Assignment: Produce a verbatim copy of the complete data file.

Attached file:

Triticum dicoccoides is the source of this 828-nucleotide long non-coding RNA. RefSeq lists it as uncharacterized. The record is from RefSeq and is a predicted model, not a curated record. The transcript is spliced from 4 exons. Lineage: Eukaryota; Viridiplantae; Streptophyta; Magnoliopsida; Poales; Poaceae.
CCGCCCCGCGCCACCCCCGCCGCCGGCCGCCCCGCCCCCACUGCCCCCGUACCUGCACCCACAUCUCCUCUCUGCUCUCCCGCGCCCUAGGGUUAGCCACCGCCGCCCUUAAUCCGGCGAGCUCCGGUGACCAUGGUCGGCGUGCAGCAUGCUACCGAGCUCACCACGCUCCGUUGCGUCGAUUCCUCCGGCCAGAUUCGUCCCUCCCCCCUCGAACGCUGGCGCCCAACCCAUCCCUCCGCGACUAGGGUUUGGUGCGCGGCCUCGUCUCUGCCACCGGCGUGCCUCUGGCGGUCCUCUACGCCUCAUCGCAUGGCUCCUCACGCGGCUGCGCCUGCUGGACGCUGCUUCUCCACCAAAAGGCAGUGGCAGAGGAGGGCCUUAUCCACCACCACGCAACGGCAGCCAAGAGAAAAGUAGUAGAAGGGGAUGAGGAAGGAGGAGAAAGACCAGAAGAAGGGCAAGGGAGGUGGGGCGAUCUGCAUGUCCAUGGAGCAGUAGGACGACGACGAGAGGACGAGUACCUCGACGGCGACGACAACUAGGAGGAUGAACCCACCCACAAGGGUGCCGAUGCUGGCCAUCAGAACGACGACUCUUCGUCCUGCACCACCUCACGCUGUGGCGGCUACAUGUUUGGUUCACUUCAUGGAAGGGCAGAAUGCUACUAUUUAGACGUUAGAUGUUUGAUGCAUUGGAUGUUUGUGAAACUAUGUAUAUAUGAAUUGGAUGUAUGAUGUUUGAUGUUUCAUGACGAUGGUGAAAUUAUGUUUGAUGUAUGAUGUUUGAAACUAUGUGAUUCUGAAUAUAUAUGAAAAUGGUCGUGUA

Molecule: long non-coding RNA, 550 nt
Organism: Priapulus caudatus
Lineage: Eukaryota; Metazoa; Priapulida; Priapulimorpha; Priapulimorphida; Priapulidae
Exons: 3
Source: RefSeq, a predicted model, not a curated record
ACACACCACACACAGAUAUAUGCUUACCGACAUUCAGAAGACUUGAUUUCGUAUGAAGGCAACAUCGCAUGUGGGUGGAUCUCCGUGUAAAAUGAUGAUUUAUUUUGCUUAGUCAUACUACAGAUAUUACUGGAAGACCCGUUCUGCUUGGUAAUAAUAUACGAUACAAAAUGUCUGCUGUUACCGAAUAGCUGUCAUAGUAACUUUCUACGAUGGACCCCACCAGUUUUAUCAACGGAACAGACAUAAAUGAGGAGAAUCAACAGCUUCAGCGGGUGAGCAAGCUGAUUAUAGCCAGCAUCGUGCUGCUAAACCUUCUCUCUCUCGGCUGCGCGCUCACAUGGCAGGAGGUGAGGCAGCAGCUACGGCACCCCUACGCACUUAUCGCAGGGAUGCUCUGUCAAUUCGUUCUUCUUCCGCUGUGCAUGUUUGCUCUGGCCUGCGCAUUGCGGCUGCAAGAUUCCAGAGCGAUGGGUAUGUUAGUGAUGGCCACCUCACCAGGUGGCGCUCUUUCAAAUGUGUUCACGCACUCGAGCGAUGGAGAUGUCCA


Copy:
Triticum dicoccoides is the source of this 828-nucleotide long non-coding RNA. RefSeq lists it as uncharacterized. The record is from RefSeq and is a predicted model, not a curated record. The transcript is spliced from 4 exons. Lineage: Eukaryota; Viridiplantae; Streptophyta; Magnoliopsida; Poales; Poaceae.
CCGCCCCGCGCCACCCCCGCCGCCGGCCGCCCCGCCCCCACUGCCCCCGUACCUGCACCCACAUCUCCUCUCUGCUCUCCCGCGCCCUAGGGUUAGCCACCGCCGCCCUUAAUCCGGCGAGCUCCGGUGACCAUGGUCGGCGUGCAGCAUGCUACCGAGCUCACCACGCUCCGUUGCGUCGAUUCCUCCGGCCAGAUUCGUCCCUCCCCCCUCGAACGCUGGCGCCCAACCCAUCCCUCCGCGACUAGGGUUUGGUGCGCGGCCUCGUCUCUGCCACCGGCGUGCCUCUGGCGGUCCUCUACGCCUCAUCGCAUGGCUCCUCACGCGGCUGCGCCUGCUGGACGCUGCUUCUCCACCAAAAGGCAGUGGCAGAGGAGGGCCUUAUCCACCACCACGCAACGGCAGCCAAGAGAAAAGUAGUAGAAGGGGAUGAGGAAGGAGGAGAAAGACCAGAAGAAGGGCAAGGGAGGUGGGGCGAUCUGCAUGUCCAUGGAGCAGUAGGACGACGACGAGAGGACGAGUACCUCGACGGCGACGACAACUAGGAGGAUGAACCCACCCACAAGGGUGCCGAUGCUGGCCAUCAGAACGACGACUCUUCGUCCUGCACCACCUCACGCUGUGGCGGCUACAUGUUUGGUUCACUUCAUGGAAGGGCAGAAUGCUACUAUUUAGACGUUAGAUGUUUGAUGCAUUGGAUGUUUGUGAAACUAUGUAUAUAUGAAUUGGAUGUAUGAUGUUUGAUGUUUCAUGACGAUGGUGAAAUUAUGUUUGAUGUAUGAUGUUUGAAACUAUGUGAUUCUGAAUAUAUAUGAAAAUGGUCGUGUA

Molecule: long non-coding RNA, 550 nt
Organism: Priapulus caudatus
Lineage: Eukaryota; Metazoa; Priapulida; Priapulimorpha; Priapulimorphida; Priapulidae
Exons: 3
Source: RefSeq, a predicted model, not a curated record
ACACACCACACACAGAUAUAUGCUUACCGACAUUCAGAAGACUUGAUUUCGUAUGAAGGCAACAUCGCAUGUGGGUGGAUCUCCGUGUAAAAUGAUGAUUUAUUUUGCUUAGUCAUACUACAGAUAUUACUGGAAGACCCGUUCUGCUUGGUAAUAAUAUACGAUACAAAAUGUCUGCUGUUACCGAAUAGCUGUCAUAGUAACUUUCUACGAUGGACCCCACCAGUUUUAUCAACGGAACAGACAUAAAUGAGGAGAAUCAACAGCUUCAGCGGGUGAGCAAGCUGAUUAUAGCCAGCAUCGUGCUGCUAAACCUUCUCUCUCUCGGCUGCGCGCUCACAUGGCAGGAGGUGAGGCAGCAGCUACGGCACCCCUACGCACUUAUCGCAGGGAUGCUCUGUCAAUUCGUUCUUCUUCCGCUGUGCAUGUUUGCUCUGGCCUGCGCAUUGCGGCUGCAAGAUUCCAGAGCGAUGGGUAUGUUAGUGAUGGCCACCUCACCAGGUGGCGCUCUUUCAAAUGUGUUCACGCACUCGAGCGAUGGAGAUGUCCA